# 'Little h' usage in cosmological simulations

I am running a cosmological simulation and am having some trouble putting things into code units. The physical distance units in my simulation are in terms of $$\text{Mpc/h}$$, where $$h$$ is the dimensionless Hubble parameter. This makes enough sense because, as noted elsewhere, simulations are often scale-free so it makes sense to factor out the $$h$$ dependence and make it explicit. This unit convention is causing me some confusion however. In one calculation I have to do during the simulation, I essentially (ignoring context which I can provide later) have to multiply the speed of light $$c$$ by an inverse distance $$1/x_0$$ which is given in units of $$\text{Mpc/h}$$.

In order to properly have the units cancel, I first put $$c$$ in units of $$\text{Mpc/s}$$ to get $$9.716 \times10^{-15} \text{Mpc/s}$$ However, should I know factor out the $$h$$ dependence? These seems strange to me because in my mind, the value of the speed of light should not depend on the underlying cosmology I have simulated. On the other hand, I feel that I should not cancel units of $$\text{Mpc}$$ with units of $$\text{Mpc/h}$$. To make things concrete, let's assume I have a value of $$h=.7$$. Should I then take the quantity above and multiply it by $$.7$$ to yield $$6.802 \times 10^{-15} \text{(Mpc/h)/s}$$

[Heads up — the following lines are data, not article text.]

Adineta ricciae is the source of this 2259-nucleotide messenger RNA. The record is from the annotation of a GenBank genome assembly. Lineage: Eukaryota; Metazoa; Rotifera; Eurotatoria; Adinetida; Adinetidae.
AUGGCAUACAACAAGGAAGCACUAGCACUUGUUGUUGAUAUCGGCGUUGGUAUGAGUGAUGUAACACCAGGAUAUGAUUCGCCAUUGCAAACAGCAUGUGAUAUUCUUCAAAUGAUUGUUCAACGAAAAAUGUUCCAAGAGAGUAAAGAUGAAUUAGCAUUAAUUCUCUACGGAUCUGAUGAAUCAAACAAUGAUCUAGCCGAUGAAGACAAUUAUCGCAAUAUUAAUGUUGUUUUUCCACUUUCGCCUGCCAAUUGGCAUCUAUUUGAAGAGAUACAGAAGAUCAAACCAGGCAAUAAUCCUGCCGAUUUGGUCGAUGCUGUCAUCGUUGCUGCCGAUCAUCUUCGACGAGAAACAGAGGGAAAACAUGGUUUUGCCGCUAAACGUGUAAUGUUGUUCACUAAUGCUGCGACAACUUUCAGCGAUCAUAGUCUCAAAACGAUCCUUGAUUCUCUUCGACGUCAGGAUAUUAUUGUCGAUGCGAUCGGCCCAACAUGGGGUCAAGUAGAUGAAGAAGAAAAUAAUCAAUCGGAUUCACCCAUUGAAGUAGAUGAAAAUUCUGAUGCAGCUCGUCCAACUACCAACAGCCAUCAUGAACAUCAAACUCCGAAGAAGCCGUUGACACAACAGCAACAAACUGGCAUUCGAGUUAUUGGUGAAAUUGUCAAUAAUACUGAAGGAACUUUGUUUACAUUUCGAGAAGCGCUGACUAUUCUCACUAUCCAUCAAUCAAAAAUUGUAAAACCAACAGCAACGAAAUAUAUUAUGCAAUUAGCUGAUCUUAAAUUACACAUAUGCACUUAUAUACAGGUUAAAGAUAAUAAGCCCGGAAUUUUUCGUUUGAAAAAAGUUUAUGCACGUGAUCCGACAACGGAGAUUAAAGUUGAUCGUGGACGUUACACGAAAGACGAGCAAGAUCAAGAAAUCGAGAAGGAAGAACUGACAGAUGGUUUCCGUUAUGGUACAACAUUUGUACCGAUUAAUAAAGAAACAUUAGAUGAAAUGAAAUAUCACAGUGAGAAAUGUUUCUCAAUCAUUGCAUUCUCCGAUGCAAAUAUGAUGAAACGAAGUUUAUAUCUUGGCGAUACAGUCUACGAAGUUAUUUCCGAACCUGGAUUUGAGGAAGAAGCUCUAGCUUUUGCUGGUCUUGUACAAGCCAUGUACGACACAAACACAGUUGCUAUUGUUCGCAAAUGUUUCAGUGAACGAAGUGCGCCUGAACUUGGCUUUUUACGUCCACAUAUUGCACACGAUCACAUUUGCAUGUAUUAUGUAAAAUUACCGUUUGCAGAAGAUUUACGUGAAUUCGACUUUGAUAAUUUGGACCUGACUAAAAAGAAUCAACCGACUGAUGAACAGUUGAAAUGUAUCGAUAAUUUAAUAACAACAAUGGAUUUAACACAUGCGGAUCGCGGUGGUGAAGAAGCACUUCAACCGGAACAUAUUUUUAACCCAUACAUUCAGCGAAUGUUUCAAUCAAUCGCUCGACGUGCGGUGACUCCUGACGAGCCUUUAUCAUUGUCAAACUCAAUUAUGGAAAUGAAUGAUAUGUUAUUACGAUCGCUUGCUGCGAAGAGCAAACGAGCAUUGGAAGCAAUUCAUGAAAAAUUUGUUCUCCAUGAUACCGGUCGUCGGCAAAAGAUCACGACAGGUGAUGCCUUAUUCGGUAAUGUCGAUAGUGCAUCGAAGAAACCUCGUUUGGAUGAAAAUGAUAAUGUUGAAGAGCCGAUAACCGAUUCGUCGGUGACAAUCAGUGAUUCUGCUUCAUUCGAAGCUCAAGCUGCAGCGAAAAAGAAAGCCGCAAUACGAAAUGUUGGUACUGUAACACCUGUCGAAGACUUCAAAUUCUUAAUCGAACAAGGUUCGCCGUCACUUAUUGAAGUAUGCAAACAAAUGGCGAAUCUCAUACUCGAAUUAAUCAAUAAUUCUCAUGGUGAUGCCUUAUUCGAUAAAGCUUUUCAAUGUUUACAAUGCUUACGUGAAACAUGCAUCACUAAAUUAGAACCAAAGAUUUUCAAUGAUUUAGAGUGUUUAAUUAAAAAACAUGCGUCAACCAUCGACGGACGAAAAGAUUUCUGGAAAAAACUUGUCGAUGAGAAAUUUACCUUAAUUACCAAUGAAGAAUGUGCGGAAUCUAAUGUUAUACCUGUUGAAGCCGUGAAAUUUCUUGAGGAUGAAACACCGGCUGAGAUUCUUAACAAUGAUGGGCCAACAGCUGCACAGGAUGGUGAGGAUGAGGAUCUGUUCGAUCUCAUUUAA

and use that result in my calculations? I think this situation confuses me because it doesn't involve measurements, where it is clear how $$h$$ can enter, and it involves a constant of nature, which should be independent of the assumed cosmology.

• If the result of your computation is in units of $hs^{-1}$ then that can be ok. Depending on the value of $h$ the process is longer or shorter in physical time.
– user26287
May 14, 2020 at 12:18

As argued in the paper you cite, you shouldn't think of $$h$$ as a unit, but rather as a part of the value. Although it's commonly seen, and although numerically it's not wrong, I therefore think the term "$$10h^{-1}\,\mathrm{Mpc}$$" is preferred to "$$10\,\mathrm{Mpc}/h$$".
There's no need to express $$c$$ in terms of $$h$$, because our lack of knowledge about the value of $$h$$ doesn't affect the value of $$c$$. If your distance is, say, $$x_0 = 10h^{-1}\,\mathrm{Mpc}$$, so that your inverse distance is $$1/x_0 = 0.1h\,\mathrm{Mpc}^{-1}$$, your calculation becomes $$\begin{array}{rcl} c\frac{1}{x_0} & = & \left[9.716\times10^{-15}\,\mathrm{Mpc}\,\mathrm{s}^{-1}\right] \times \left[0.1h\,\mathrm{Mpc}^{-1}\right] \\ & = & 9.716\times10^{-16}h\,\mathrm{s}^{-1} \\ \big( & \simeq & 0.7\times10^{-15}\,\mathrm{s}^{-1}.\big) \end{array}$$